“Ensuring the glass syringes were always within calibration became a real nightmare for the Quality Control team at Artel,” said Vaccaro. “If syringes are handled with kid gloves in the laboratory then there aren’t too many problems, but no matter how carefully they are packed, the vibrations and knocks they are exposed to during transportation can send them out of calibration – and if that happens it is impossible for us to know whether the syringe fell out of calibration on its way to, or on its way back from an installation.  And, if there was even the slightest doubt of a syringe’s performance, we would then repeat the installation validation.”

evolsplasheVolving the process

During the LabAutomation conference in Palm Springs, CA, Vaccaro discovered an innovation that would dramatically improve the entire IQ/OQ workflow.  While assisting with the Artel Pipetting Challenge, an in-booth competition held at the conference that awards precision in an operator’s pipetting technique, Vaccaro encountered Glenn Clivaz, Director of SGE Analytical Science’s Liquid Handling Business Unit.  Clivaz was impressed by Artel’s use of their PCS® Pipette Calibration System to test the contestants’ technique, and wanted to use it in promoting the launch of the world’s first digitally-controlled analytical syringe – SGE’s award winning eVol®.

The eVol is a marriage of two precision devices:  A digitally controlled and programmable electronic drive and an XCHANGE® enabled analytical syringe.

“Seeing the eVol in action for the first time was a mind-blowing experience.  Not only was it easy to use, but the accuracy the users were getting with it were phenomenal,” said Vaccaro.  “All of the SGE personnel at the show were easily able to get gold medals in our Pipetting Challenge competition using the eVol – something I have never seen before.”

The eVol was designed to reduce the variability of volumes dispensed when different operators attempt the same volume transfer.  What’s more, unlike many pipettes, it is also suitable for transferring non-aqueous, viscous and hazardous liquids.  The eVol can be fitted with a number of different XCHANGE-enabled syringes allowing it to dispense volumes from 1mL down to 200nL.

George Rodrigues PhD, Artel’s Senior Scientific Manager, says the performance of the eVol is excellent, with the relative inaccuracy of the device at the full-scale values of 1 mL, 500 µL, 50 µL and 5 µL consistently measuring within 0.1%.  However, Rodrigues was most impressed with the accuracy and precision with which the 5 µL eVol could dispense 0.2 µL (200nL):  The eVol attained a relative inaccuracy of  0.41% and a coefficient of variation (%CV) of just 0.71%.

Because the eVol removes much of the human variability associated with using a positive displacement glass syringe fitted with repeating adaptors, the accuracy and precision of volumes dispensed has been much more easily ensured.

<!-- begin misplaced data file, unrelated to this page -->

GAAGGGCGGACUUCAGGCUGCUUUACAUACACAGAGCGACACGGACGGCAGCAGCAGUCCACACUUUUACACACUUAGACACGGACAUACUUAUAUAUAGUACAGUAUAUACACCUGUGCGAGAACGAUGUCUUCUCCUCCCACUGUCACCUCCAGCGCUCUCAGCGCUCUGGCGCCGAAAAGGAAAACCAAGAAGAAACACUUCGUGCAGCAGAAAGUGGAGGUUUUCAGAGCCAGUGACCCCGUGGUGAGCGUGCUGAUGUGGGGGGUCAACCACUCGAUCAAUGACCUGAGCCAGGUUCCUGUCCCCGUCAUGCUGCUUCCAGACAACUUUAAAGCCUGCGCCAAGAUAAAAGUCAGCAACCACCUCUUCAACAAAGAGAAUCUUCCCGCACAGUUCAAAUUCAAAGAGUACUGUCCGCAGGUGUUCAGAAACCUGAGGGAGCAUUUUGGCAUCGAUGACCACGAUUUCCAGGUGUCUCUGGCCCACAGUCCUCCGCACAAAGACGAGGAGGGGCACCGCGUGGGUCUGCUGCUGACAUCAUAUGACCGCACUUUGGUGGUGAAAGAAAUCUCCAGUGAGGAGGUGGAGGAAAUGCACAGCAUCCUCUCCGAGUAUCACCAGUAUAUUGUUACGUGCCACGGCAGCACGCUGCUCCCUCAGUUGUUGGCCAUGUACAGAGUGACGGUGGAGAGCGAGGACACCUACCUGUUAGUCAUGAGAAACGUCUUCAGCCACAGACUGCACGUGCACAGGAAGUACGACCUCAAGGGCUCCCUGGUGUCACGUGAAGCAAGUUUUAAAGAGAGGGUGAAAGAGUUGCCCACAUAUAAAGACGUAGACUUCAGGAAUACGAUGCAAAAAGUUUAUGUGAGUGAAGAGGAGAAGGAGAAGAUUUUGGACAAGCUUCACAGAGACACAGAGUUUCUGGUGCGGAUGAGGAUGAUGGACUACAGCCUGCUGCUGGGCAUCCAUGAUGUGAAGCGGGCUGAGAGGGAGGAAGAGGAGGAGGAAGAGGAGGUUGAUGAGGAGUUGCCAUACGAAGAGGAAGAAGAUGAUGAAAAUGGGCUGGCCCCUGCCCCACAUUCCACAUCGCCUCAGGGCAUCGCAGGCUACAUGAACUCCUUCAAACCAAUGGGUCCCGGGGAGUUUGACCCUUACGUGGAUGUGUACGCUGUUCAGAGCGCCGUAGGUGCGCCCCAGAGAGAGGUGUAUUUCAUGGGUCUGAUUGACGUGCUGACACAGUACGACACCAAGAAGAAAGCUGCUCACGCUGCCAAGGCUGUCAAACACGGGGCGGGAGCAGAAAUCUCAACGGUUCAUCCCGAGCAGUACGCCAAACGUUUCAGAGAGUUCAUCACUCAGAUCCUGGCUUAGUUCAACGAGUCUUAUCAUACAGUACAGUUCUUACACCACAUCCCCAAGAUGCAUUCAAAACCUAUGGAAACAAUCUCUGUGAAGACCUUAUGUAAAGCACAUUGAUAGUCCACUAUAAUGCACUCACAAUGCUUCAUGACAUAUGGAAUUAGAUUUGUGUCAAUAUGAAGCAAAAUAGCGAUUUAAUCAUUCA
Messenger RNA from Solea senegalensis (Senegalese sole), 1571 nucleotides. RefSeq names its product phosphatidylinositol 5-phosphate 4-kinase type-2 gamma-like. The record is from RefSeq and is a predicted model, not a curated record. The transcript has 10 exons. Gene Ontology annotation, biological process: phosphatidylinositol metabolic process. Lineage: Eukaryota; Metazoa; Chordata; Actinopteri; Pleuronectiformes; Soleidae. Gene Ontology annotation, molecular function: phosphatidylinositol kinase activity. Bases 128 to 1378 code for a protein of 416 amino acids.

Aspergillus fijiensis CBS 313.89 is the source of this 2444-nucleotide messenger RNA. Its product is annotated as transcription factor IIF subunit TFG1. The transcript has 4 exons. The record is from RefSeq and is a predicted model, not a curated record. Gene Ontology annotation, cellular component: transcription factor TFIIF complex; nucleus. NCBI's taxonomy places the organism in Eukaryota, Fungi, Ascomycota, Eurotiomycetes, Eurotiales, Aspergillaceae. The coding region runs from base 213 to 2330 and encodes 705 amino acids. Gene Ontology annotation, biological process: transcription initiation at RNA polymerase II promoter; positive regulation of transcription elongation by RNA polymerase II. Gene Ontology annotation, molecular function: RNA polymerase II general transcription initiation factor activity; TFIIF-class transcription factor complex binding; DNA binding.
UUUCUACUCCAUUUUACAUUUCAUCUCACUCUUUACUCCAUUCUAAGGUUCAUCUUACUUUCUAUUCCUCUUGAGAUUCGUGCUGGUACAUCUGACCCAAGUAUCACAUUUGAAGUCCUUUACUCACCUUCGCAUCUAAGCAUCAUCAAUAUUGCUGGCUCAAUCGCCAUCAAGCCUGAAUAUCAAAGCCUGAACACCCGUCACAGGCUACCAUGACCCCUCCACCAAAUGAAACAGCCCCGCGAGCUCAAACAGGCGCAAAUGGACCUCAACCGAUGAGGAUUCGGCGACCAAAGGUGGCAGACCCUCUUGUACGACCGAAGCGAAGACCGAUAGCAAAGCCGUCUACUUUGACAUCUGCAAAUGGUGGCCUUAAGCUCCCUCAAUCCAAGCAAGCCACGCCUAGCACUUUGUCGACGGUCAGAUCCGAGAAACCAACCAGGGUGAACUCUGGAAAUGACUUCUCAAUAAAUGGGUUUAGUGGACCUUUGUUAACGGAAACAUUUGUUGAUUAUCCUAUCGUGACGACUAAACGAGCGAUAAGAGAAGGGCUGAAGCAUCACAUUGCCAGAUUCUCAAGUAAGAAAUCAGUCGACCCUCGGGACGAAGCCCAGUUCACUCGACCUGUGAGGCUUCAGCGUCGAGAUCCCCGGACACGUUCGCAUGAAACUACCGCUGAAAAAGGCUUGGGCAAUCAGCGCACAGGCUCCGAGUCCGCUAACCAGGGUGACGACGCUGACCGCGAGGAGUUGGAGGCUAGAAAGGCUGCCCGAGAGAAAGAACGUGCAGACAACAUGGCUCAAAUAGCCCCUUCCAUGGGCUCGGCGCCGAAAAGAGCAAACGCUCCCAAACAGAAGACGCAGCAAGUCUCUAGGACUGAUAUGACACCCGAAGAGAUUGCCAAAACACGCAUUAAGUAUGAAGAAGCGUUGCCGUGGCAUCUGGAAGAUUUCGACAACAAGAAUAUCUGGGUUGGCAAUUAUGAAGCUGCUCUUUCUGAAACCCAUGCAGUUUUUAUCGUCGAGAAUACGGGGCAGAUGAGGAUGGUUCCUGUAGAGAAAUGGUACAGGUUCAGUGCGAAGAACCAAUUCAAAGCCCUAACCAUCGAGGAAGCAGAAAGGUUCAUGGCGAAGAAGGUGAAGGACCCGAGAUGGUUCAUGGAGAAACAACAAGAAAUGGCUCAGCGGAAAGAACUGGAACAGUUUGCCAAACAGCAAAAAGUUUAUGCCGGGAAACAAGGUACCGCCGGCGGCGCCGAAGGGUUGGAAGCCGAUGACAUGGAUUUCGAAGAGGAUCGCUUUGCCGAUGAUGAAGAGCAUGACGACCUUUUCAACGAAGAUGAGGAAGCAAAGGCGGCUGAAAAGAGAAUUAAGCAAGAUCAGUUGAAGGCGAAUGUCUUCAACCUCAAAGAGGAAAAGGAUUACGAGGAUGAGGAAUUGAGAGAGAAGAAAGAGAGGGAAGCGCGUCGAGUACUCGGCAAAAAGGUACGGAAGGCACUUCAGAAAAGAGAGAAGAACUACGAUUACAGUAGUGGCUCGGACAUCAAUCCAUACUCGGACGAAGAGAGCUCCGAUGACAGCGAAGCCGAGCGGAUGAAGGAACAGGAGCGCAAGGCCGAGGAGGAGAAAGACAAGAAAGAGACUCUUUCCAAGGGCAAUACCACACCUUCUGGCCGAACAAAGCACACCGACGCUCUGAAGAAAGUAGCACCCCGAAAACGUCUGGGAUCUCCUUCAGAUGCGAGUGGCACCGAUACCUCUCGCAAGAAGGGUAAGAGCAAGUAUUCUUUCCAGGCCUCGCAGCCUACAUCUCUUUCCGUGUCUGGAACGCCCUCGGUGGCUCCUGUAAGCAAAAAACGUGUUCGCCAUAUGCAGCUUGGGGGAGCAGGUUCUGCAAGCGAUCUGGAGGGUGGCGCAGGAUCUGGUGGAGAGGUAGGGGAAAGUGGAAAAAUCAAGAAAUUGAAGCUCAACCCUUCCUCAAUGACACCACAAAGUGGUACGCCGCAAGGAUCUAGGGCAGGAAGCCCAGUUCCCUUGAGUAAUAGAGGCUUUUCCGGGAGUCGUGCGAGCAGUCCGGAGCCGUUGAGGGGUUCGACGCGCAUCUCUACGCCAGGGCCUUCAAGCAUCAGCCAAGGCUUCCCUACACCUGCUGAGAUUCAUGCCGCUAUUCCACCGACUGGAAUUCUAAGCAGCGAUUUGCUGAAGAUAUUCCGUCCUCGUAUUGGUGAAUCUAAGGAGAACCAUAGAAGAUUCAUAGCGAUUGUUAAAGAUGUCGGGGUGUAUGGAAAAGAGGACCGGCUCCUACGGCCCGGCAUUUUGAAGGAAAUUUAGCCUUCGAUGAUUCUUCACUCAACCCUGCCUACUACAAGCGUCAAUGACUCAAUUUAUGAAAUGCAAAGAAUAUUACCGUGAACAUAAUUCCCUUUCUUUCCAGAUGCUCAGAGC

Due to the robust design  of the digital drive in the eVol, the device does not have the same propensity to wander out of calibration as a glass syringe, and this has halved the number of calibration cycles needed compared with glass syringes.  In addition, because the eVol’s performance can be validated at different volumes installation teams only need to take 3 XCHANGE- enabled syringes and an eVol body with them to an MVS installation, rather than 12 different syringes.

A Standard for Now and into the Future…

The increased user-friendliness of the eVol has led to dramatic time savings during installations, says Keith Albert PhD, Product Manager  for the Liquid Handler Performance Verification service at Artel, who is also frequently called upon to perform product installations and IQ/OQ testing.

“The eVol has definitely streamlined the instrument qualification process and lets us spend more time focusing on the customer – not the MVS instrument,” said Albert.  “Depending on the install or the type of service we are providing, we can save as much as an hour by using the eVol, and that allows us to provide our customers with better value for money – whether that is in the form of more hands-on training or more assistance with issues in the laboratory.”

According to Technical Services Manager Vaccaro, this has strengthened the relationship between customers and her field service team, as they are able to spend more time getting to know the customers and understanding the challenges they face with their automated liquid handlers and quality systems.

The nurturing of these increasingly meaningful relationships has maintained the high spirits within her team, and has led to the introduction of a number of product and service introductions to optimize the customer experience.  It has also contributed to the most important metric – positive customer feedback – becoming an almost daily occurrence.